Regina Rheda is a contemporary award-winning Brazilian writer whose original voice and style have won her many admirers. First World Third Class and Other Tales of the Global Mix presents some of her finest and most representative work to an English-speaking readership. Stories from the Copan Building consists of eight tales set in a famous residential building in São Paulo. The stories, like the apartment complex, are a microcosm of modern-day urban Brazil. They are witty, consistently caustic, and never predictable.
Also in this volume is the poignant and often hilarious novel First World Third Class. It depicts young middle-class professionals and artists who, as opportunities in Brazil diminished, opted to leave their country, even if it meant taking menial jobs abroad. At the center of the narrative is Rita, a thirty-year-old aspiring filmmaker who migrates to England, and then Italy. She looks for work and love in all the wrong places, moving from city to city and from bed to bed.
The last three stories in this collection also happen to be among the author's most recent. "The Enchanted Princess" is an ironic title for a postfeminist tale of a South American woman being wooed to marry an old-world gentleman who promises to take care of her every need. "The Sanctuary" concerns the living conditions of immigrant workers and farm animals. Equally piquant in nature, "The Front" deals with ecology, labor environments, and gender politics.
The Latin American Ecocultural Reader is a comprehensive anthology of literary and cultural texts about the natural world. The selections, drawn from throughout the Spanish-speaking countries and Brazil, span from the early colonial period to the present. Editors Jennifer French and Gisela Heffes present work by canonical figures, including José Martí, Bartolomé de las Casas, Rubén Darío, and Alfonsina Storni, in the context of our current state of environmental crisis, prompting new interpretations of their celebrated writings. They also present contemporary work that illuminates the marginalized environmental cultures of women, indigenous, and Afro-Latin American populations. Each selection is introduced with a short essay on the author and the salience of their work; the selections are arranged into eight parts, each of which begins with an introductory essay that speaks to the political, economic, and environmental history of the time and provides interpretative cues for the selections that follow.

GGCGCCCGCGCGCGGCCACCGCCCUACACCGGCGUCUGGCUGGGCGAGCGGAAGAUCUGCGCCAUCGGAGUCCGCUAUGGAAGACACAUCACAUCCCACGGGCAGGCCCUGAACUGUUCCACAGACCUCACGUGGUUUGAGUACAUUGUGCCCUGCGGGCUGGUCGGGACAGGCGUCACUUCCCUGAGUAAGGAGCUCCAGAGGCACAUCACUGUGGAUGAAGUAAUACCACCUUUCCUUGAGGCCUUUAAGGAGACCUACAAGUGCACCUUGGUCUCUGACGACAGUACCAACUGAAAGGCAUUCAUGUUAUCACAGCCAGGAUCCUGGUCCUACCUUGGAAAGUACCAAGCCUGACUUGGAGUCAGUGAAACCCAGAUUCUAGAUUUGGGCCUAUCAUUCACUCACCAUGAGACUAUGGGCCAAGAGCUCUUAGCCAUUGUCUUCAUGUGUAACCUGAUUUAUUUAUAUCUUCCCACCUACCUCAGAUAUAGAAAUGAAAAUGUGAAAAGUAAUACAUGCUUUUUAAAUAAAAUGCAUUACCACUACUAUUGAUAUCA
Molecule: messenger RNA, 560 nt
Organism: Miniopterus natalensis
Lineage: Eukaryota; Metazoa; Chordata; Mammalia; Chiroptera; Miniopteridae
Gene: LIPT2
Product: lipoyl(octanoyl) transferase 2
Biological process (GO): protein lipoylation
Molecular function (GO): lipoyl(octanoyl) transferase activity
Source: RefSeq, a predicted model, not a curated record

The editors also include a general introduction with a concise overview of the field of ecocriticism as it has developed since the 1990s. They argue that various strands of environmental thought—recognizable today as extractivism, eco-feminism, Amerindian ontologies, and so forth—can be traced back through the centuries to the earliest colonial period, when Europeans first described the Americas as an edenic “New World” and appropriated the bodies of enslaved Indians and Africans to exploit its natural bounty.
Masters of Contemporary Brazilian Song is a critical study of MPB (música popular brasileira), a term that refers to varieties of urban popular music of the 1960s and 1970s, incorporating samba, Bossa Nova, and new materials.
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